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First published in September 1992, the book traces the nature and development of the fundamental legal relationships among slaves, masters, and third parties. It shows how the colonial and antebellum Southern judges and legislators accommodated slavery's social relationships into the common law, and how slave law evolved in different states over time in response to social political, economic, and intellectual developments.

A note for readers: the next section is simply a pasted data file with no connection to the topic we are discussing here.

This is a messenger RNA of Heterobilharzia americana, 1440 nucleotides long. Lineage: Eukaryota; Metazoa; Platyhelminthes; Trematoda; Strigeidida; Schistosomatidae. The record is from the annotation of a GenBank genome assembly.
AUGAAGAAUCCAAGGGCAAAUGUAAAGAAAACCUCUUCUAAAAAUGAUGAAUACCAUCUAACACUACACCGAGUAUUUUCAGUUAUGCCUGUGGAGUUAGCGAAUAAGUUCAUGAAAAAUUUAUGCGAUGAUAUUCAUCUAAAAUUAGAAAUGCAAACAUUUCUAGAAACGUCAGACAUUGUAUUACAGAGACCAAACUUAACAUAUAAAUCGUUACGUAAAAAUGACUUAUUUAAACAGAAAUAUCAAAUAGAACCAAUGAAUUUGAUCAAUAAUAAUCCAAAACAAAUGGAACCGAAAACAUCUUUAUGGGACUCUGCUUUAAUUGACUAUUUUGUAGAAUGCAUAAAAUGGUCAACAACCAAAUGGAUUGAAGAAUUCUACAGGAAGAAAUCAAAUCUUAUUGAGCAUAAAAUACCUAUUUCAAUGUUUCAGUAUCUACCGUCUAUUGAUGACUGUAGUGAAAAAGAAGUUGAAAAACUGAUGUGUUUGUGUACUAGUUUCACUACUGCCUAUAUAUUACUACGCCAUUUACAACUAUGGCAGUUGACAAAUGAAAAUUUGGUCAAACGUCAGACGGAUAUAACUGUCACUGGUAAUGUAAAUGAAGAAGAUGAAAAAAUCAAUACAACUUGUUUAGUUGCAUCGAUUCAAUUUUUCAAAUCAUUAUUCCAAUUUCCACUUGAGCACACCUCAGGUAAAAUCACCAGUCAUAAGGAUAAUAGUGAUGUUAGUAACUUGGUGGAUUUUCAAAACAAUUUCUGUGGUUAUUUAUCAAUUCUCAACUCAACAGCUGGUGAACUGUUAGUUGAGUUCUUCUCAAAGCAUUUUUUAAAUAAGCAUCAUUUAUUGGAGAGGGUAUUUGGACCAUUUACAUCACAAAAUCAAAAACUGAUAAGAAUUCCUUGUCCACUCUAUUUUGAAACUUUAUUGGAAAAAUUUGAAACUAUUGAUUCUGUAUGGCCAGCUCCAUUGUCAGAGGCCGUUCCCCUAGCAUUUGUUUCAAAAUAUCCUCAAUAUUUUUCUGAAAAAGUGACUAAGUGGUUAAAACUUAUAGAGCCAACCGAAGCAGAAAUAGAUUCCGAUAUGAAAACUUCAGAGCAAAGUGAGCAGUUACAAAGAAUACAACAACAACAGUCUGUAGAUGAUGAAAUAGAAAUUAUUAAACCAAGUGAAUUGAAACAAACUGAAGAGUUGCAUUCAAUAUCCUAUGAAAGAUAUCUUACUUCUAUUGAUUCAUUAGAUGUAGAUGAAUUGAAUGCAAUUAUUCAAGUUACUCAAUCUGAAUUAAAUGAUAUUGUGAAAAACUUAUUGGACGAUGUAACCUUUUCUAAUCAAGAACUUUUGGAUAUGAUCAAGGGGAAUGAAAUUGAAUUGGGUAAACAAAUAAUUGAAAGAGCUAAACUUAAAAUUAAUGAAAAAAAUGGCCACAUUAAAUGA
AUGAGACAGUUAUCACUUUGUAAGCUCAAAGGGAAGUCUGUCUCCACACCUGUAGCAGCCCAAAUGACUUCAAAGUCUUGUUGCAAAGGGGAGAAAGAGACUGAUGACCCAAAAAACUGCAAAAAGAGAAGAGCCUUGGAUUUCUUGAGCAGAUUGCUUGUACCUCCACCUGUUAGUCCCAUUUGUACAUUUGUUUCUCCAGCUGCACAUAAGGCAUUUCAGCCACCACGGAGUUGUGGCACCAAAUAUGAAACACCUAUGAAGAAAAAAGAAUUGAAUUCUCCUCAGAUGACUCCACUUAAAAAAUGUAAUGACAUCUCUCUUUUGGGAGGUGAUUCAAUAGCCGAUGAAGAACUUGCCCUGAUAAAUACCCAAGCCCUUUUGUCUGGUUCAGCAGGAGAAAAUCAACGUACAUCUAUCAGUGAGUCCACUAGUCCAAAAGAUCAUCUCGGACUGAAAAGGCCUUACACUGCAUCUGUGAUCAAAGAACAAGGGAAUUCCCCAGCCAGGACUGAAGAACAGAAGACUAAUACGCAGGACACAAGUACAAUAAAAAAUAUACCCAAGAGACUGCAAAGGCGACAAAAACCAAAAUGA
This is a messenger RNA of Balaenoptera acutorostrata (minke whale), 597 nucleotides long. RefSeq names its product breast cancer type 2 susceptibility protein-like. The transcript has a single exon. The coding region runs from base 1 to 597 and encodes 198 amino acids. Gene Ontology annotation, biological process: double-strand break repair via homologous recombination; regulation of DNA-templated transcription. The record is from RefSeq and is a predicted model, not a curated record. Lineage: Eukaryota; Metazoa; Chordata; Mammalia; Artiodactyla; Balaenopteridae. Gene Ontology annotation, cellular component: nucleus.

The book states that the law of slavery in the US South treated slaves both as people and property. It reconciles this apparent contradiction by demonstrating that slaves were defined in the law as items of human property without any legal rights. When the lawmakers recognized slaves as people, they burdened slaves with added legal duties and disabilities. This epitomized in legal terms slavery's oppressive social relationships. The book also illustrates how cases in which the lawmakers recognized slaves as people legitimized slavery's inhumanity. References in the law to the legal humanity of people held as slaves are shown to be rhetorical devices and cruel ironies that regulated the relative rights of the slaves' owners and other free people that were embodied in people held as slaves. Thus, it is argued that it never makes sense to think of slave legal rights. This was so even when the lawmakers regulated the individual masters' rights to treat their slaves as they wished. These regulations advanced policies that the lawmakers perceived to be in the public interest within the context of a slave society.